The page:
State Sen. Bill DeSteph's opposition to gun safety bills raises concerns over conflict of interest

By Keya Vakil
June 26, 2019

State Sen. Bill DeSteph (R-Virginia Beach) indicated he has little interest in reforming the state’s gun safety laws, even after his city was the site of a tragic mass shooting that left 12 people dead.

A new report from ThinkProgress offers background on his position and hints at a possible conflict of interest.

DeSteph holds a federal license to sell firearms, and in 2009, when he was a Virginia Beach city councilman, he sought a permit from the city to sell guns out of his own home.

Records from the Bureau of Alcohol, Tobacco, Firearms and Explosives analyzed by Think Progress show that in 2014 DeSteph acquired another license that allows firearms dealers to sell handguns and — if they pay a special tax — machine guns and other destructive devices.

According to those same records, DeSteph has a registered business called Beach NFA associated with his license, which has the same address as DeSteph’s district office in Virginia Beach.

DeSteph’s spokesperson told ThinkProgress that the Senator had been public about his license, which is true; the issue has been covered in some newspapers.

But questions still linger around DeSteph’s potential conflict of interest.

DeSteph’s Democratic opponent, Missy Cotter Smasal has been quick to point out this conflict as well and how it might be coloring his approach to gun legislation.

“He is a registered gun dealer and sells them out of his home. While he dithers, refusing to legislate, and profits by selling guns, people’s lives are at risk,” Smasal said.

DeSteph could always recuse himself from votes where a conflict of interest may be present, but has not done so in the past when votes have occurred that might conflict with his firearms license and sales business.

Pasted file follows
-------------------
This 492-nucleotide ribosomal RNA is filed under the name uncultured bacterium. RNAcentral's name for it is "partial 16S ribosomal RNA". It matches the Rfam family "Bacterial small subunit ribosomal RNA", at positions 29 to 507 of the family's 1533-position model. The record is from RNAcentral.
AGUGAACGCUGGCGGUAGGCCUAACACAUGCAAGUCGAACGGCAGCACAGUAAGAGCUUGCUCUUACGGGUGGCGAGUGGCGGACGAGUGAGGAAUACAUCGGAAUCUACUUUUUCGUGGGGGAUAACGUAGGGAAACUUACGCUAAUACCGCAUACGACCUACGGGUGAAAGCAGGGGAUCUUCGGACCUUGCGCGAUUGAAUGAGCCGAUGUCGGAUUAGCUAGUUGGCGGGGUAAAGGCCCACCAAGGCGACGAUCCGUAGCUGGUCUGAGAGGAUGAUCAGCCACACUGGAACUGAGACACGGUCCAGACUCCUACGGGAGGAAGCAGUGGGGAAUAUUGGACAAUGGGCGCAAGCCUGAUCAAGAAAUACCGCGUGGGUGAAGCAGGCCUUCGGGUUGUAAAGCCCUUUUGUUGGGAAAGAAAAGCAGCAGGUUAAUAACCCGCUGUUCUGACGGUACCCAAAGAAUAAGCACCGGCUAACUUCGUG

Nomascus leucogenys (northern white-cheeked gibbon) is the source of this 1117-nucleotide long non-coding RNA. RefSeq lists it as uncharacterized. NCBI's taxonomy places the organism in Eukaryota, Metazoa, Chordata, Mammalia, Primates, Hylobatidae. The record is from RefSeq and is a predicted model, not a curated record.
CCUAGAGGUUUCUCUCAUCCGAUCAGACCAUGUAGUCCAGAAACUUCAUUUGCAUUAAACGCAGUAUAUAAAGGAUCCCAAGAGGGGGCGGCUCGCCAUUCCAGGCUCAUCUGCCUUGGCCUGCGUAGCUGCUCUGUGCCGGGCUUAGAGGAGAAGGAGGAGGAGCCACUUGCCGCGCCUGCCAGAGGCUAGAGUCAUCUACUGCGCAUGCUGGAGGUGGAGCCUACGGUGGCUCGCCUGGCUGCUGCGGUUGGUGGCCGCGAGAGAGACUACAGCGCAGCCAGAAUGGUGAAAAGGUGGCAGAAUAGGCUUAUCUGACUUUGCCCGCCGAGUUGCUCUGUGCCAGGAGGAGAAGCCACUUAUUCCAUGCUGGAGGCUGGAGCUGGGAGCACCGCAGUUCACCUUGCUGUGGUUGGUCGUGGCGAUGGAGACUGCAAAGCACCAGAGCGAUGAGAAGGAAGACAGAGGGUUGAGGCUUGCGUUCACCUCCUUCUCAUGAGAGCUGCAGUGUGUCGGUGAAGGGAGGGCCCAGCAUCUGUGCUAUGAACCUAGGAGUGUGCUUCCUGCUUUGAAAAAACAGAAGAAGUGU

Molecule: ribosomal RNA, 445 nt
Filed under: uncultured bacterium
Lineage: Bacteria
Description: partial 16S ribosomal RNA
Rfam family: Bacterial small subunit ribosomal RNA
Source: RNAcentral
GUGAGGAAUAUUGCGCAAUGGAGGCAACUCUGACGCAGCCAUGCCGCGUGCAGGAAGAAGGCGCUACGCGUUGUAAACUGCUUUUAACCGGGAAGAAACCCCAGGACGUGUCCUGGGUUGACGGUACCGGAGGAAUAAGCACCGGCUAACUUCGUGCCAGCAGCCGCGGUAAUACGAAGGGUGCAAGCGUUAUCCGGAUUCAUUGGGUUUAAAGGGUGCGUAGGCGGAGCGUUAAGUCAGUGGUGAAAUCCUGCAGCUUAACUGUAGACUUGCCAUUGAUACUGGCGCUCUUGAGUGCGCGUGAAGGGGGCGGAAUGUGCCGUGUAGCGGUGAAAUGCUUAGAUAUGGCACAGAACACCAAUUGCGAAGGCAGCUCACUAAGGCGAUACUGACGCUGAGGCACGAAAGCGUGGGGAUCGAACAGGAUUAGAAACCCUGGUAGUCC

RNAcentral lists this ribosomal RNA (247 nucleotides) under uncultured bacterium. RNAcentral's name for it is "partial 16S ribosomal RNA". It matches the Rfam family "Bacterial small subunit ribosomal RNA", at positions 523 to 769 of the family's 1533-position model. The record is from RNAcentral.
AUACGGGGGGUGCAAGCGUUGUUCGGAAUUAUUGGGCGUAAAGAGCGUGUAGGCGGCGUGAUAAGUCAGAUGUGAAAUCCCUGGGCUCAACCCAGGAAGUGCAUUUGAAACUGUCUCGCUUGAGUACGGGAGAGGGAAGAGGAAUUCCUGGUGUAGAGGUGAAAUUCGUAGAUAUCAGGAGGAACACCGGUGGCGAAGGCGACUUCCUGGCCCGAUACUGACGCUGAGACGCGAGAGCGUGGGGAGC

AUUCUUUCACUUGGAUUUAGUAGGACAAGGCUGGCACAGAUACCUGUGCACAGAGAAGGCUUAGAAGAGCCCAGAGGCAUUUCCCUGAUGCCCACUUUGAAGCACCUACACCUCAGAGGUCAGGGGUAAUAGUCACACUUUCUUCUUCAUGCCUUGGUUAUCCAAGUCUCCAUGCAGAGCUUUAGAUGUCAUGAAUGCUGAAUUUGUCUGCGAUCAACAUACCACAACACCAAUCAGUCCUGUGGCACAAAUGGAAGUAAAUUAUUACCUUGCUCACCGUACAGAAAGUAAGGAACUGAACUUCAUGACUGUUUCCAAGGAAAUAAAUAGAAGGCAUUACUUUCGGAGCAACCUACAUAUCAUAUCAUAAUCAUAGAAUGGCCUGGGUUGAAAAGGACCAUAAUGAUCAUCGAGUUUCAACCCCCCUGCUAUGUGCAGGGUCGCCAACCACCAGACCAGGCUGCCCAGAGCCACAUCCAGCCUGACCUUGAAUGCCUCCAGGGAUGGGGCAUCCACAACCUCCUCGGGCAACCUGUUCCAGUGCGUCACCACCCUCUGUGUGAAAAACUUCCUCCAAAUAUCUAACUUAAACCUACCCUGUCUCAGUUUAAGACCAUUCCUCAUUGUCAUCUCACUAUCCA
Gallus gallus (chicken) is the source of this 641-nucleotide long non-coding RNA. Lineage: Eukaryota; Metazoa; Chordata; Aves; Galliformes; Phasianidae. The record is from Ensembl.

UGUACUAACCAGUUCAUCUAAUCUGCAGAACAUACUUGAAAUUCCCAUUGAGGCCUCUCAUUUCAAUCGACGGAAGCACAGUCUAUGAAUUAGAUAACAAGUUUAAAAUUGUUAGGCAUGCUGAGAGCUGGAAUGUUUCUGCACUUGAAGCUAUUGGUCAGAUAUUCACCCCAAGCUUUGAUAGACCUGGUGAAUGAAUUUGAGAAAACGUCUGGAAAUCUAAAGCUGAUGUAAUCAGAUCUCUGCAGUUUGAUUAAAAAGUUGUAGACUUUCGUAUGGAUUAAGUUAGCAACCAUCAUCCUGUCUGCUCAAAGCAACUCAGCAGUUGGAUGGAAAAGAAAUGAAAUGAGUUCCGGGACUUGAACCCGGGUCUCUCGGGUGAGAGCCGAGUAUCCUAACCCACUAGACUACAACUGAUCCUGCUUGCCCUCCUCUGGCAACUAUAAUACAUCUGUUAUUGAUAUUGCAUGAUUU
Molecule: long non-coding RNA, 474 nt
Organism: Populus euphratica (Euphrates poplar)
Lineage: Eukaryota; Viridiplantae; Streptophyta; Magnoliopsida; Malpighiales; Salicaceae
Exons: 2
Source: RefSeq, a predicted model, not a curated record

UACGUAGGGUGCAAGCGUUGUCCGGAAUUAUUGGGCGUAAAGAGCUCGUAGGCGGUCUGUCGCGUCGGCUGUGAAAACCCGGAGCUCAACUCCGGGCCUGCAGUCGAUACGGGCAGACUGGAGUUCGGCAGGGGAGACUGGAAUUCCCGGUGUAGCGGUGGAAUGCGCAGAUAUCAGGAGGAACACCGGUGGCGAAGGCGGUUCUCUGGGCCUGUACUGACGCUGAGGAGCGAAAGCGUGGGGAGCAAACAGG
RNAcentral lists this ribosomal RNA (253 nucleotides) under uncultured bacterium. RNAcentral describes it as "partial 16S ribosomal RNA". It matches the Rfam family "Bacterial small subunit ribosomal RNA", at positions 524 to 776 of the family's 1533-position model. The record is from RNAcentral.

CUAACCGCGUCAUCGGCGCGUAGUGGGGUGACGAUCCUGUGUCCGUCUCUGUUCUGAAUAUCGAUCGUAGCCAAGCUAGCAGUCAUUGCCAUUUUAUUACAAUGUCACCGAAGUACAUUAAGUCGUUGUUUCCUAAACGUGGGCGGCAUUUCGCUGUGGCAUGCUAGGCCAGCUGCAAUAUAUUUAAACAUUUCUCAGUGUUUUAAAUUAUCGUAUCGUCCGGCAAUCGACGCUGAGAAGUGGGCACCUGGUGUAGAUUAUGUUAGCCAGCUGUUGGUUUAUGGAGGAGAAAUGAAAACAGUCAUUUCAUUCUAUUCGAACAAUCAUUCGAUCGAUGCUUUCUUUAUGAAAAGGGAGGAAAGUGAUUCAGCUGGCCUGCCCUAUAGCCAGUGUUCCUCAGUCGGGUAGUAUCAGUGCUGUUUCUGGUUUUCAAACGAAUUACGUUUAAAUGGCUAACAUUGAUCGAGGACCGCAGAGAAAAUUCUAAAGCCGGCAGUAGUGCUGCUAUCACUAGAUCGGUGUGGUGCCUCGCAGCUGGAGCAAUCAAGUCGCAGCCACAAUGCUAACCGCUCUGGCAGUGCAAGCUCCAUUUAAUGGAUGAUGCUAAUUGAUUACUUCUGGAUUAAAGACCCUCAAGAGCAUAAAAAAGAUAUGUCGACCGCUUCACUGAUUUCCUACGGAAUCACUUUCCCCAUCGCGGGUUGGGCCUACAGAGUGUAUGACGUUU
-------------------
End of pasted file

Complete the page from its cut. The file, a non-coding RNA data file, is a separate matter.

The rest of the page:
ThinkProgress notes that in 2016, DeSteph helped pass two bills that impacted restrictions on firearms sales. 

DeSteph’s position is likely to come under further scrutiny when the General Assembly convenes for a special session on July 9. Democrats want to prioritize reforming the state’s lax gun laws, but Republicans will set the agenda and appear unlikely to entertain any significant reforms. 

What that means for DeSteph in November is uncertain, but Smasal continues to highlight his inaction on gun violence in the wake of the Virginia Beach shooting.

”Our current state senator is calling for thoughts and prayers while he has failed to take any action to prevent gun violence in his six years in Richmond.”

Photo © VCU Capital News Service

  • Keya Vakil

    Keya Vakil is the deputy political editor at COURIER. He previously worked as a researcher in the film industry and dabbled in the political world.

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